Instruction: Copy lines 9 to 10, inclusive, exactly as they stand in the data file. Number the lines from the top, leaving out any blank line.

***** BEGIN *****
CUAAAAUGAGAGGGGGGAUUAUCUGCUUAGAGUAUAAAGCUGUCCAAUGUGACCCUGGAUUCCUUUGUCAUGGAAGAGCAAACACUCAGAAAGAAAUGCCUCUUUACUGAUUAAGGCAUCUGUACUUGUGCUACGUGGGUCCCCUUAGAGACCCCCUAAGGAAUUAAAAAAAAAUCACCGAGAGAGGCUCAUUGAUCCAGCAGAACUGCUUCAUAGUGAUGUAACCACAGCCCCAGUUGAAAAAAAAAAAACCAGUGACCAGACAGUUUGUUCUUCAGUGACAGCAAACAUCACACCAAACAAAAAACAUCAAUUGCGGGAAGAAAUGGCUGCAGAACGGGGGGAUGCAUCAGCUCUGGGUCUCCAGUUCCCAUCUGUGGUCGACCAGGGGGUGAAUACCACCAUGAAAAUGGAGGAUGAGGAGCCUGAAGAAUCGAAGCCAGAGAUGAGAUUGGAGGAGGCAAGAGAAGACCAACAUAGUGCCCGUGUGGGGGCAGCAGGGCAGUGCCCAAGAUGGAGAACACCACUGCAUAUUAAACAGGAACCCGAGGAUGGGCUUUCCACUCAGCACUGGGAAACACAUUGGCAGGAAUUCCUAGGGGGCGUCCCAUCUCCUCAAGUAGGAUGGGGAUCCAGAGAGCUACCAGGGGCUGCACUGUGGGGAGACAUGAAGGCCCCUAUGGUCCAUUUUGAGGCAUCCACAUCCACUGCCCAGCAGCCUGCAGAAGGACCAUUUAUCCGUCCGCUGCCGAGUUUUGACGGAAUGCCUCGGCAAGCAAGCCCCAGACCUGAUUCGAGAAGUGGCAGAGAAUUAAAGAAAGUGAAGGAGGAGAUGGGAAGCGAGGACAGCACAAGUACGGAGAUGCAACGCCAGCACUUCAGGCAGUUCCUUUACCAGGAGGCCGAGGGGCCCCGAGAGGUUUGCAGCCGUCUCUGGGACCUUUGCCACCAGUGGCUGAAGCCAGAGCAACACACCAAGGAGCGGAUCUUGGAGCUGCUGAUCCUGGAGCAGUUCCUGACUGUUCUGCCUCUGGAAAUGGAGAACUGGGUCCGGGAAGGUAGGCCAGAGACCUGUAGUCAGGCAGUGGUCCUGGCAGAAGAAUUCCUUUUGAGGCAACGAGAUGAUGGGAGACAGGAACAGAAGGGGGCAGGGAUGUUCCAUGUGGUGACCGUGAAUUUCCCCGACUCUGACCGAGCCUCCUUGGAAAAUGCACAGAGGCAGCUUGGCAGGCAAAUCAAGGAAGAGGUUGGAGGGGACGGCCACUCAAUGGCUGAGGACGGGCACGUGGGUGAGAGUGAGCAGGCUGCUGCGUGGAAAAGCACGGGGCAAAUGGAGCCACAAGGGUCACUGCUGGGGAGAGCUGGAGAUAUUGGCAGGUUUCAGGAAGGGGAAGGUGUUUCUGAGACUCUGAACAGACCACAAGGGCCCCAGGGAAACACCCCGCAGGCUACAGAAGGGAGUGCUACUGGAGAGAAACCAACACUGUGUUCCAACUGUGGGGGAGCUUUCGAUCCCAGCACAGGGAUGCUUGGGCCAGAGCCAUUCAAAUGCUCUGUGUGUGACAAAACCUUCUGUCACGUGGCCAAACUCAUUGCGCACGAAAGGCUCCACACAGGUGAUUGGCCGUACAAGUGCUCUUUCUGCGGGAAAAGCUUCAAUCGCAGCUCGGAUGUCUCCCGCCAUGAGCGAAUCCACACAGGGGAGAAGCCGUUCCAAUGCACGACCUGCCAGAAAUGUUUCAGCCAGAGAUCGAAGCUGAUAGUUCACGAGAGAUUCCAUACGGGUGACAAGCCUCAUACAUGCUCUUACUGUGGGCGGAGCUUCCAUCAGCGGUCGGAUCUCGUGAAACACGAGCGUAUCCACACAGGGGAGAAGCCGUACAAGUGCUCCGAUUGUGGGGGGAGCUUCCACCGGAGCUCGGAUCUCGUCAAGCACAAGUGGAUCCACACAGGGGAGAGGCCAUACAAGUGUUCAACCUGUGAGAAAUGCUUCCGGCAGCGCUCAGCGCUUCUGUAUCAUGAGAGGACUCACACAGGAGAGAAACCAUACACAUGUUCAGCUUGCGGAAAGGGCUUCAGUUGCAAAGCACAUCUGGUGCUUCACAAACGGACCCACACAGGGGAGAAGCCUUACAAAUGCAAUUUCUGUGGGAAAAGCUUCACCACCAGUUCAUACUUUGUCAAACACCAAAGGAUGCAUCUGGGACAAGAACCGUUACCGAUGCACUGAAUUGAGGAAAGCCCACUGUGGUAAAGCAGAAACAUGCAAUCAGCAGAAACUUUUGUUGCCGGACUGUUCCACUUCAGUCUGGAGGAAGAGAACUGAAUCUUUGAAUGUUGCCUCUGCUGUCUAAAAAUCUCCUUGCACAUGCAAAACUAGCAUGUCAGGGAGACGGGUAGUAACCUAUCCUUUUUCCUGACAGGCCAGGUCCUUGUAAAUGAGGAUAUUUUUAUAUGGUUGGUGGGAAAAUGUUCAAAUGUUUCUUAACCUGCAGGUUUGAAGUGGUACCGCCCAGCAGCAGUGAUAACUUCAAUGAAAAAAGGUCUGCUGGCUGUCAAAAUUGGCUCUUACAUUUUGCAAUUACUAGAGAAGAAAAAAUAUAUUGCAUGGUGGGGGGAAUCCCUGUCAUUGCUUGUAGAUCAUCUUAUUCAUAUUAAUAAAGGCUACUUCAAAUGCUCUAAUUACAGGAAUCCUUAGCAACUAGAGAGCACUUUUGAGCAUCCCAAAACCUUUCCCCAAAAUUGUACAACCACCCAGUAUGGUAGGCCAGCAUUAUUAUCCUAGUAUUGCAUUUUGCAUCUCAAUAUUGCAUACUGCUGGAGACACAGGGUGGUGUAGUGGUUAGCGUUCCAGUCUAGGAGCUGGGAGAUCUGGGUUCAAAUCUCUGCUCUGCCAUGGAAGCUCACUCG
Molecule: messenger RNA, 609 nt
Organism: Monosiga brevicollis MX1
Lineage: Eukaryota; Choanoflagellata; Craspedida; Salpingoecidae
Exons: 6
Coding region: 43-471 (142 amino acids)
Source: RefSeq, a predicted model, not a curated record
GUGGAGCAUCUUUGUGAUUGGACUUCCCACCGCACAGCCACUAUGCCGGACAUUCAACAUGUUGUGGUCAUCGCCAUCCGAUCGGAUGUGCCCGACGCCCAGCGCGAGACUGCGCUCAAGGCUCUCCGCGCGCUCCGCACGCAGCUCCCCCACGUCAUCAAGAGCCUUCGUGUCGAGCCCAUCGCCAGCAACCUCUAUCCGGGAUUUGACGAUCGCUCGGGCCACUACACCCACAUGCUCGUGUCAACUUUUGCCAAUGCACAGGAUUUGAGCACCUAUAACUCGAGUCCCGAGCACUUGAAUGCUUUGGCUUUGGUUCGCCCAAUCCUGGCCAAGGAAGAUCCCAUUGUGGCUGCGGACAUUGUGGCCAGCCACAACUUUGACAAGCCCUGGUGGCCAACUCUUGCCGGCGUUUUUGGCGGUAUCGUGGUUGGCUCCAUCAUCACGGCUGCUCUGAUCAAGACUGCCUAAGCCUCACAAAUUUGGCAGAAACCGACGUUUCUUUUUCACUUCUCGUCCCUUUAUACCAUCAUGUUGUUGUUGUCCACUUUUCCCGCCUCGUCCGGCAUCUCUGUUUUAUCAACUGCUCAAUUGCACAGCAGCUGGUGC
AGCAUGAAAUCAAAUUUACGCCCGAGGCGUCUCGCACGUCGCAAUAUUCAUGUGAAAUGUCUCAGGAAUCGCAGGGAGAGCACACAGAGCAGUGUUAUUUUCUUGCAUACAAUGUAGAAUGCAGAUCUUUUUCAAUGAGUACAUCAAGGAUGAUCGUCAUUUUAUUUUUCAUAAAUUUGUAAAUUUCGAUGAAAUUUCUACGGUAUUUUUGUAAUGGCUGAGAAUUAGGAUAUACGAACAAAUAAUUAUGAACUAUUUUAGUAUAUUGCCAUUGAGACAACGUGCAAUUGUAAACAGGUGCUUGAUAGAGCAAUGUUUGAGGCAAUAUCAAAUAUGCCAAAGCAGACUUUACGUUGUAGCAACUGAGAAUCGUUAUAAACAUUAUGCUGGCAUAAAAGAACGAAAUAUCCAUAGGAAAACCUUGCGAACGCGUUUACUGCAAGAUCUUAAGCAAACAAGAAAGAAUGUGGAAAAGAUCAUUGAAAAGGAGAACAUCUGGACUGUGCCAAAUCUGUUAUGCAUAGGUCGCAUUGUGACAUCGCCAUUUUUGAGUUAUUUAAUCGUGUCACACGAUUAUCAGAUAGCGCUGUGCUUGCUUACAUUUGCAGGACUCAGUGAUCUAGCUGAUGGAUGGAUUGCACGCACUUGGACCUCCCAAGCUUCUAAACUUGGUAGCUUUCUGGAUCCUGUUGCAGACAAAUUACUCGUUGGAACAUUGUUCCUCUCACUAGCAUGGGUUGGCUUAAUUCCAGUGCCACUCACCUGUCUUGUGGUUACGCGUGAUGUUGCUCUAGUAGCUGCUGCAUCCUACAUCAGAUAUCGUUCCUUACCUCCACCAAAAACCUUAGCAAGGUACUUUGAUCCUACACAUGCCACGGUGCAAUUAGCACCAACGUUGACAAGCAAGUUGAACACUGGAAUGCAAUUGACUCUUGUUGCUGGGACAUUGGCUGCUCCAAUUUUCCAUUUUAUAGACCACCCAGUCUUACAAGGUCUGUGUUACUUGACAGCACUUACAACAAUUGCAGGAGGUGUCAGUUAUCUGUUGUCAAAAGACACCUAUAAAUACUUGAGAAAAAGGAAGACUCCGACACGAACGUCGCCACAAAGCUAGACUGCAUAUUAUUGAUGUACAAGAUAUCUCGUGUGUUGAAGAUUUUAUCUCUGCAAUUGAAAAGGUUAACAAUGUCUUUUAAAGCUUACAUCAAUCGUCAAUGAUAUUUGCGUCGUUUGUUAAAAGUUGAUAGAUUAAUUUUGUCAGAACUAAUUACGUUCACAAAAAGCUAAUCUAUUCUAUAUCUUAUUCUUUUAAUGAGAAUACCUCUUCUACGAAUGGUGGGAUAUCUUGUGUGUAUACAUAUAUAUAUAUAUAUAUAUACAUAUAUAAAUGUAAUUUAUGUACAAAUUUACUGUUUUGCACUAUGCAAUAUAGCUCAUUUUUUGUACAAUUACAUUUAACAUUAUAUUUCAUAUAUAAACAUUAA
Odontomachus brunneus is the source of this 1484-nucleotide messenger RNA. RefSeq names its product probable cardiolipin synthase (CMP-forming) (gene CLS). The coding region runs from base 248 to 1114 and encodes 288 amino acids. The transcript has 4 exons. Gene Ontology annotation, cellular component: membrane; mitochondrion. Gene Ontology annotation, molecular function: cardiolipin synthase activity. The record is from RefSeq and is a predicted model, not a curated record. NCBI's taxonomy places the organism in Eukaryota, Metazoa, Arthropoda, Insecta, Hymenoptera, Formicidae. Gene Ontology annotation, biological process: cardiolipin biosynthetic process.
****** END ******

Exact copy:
AGCAUGAAAUCAAAUUUACGCCCGAGGCGUCUCGCACGUCGCAAUAUUCAUGUGAAAUGUCUCAGGAAUCGCAGGGAGAGCACACAGAGCAGUGUUAUUUUCUUGCAUACAAUGUAGAAUGCAGAUCUUUUUCAAUGAGUACAUCAAGGAUGAUCGUCAUUUUAUUUUUCAUAAAUUUGUAAAUUUCGAUGAAAUUUCUACGGUAUUUUUGUAAUGGCUGAGAAUUAGGAUAUACGAACAAAUAAUUAUGAACUAUUUUAGUAUAUUGCCAUUGAGACAACGUGCAAUUGUAAACAGGUGCUUGAUAGAGCAAUGUUUGAGGCAAUAUCAAAUAUGCCAAAGCAGACUUUACGUUGUAGCAACUGAGAAUCGUUAUAAACAUUAUGCUGGCAUAAAAGAACGAAAUAUCCAUAGGAAAACCUUGCGAACGCGUUUACUGCAAGAUCUUAAGCAAACAAGAAAGAAUGUGGAAAAGAUCAUUGAAAAGGAGAACAUCUGGACUGUGCCAAAUCUGUUAUGCAUAGGUCGCAUUGUGACAUCGCCAUUUUUGAGUUAUUUAAUCGUGUCACACGAUUAUCAGAUAGCGCUGUGCUUGCUUACAUUUGCAGGACUCAGUGAUCUAGCUGAUGGAUGGAUUGCACGCACUUGGACCUCCCAAGCUUCUAAACUUGGUAGCUUUCUGGAUCCUGUUGCAGACAAAUUACUCGUUGGAACAUUGUUCCUCUCACUAGCAUGGGUUGGCUUAAUUCCAGUGCCACUCACCUGUCUUGUGGUUACGCGUGAUGUUGCUCUAGUAGCUGCUGCAUCCUACAUCAGAUAUCGUUCCUUACCUCCACCAAAAACCUUAGCAAGGUACUUUGAUCCUACACAUGCCACGGUGCAAUUAGCACCAACGUUGACAAGCAAGUUGAACACUGGAAUGCAAUUGACUCUUGUUGCUGGGACAUUGGCUGCUCCAAUUUUCCAUUUUAUAGACCACCCAGUCUUACAAGGUCUGUGUUACUUGACAGCACUUACAACAAUUGCAGGAGGUGUCAGUUAUCUGUUGUCAAAAGACACCUAUAAAUACUUGAGAAAAAGGAAGACUCCGACACGAACGUCGCCACAAAGCUAGACUGCAUAUUAUUGAUGUACAAGAUAUCUCGUGUGUUGAAGAUUUUAUCUCUGCAAUUGAAAAGGUUAACAAUGUCUUUUAAAGCUUACAUCAAUCGUCAAUGAUAUUUGCGUCGUUUGUUAAAAGUUGAUAGAUUAAUUUUGUCAGAACUAAUUACGUUCACAAAAAGCUAAUCUAUUCUAUAUCUUAUUCUUUUAAUGAGAAUACCUCUUCUACGAAUGGUGGGAUAUCUUGUGUGUAUACAUAUAUAUAUAUAUAUAUAUACAUAUAUAAAUGUAAUUUAUGUACAAAUUUACUGUUUUGCACUAUGCAAUAUAGCUCAUUUUUUGUACAAUUACAUUUAACAUUAUAUUUCAUAUAUAAACAUUAA
Odontomachus brunneus is the source of this 1484-nucleotide messenger RNA. RefSeq names its product probable cardiolipin synthase (CMP-forming) (gene CLS). The coding region runs from base 248 to 1114 and encodes 288 amino acids. The transcript has 4 exons. Gene Ontology annotation, cellular component: membrane; mitochondrion. Gene Ontology annotation, molecular function: cardiolipin synthase activity. The record is from RefSeq and is a predicted model, not a curated record. NCBI's taxonomy places the organism in Eukaryota, Metazoa, Arthropoda, Insecta, Hymenoptera, Formicidae. Gene Ontology annotation, biological process: cardiolipin biosynthetic process.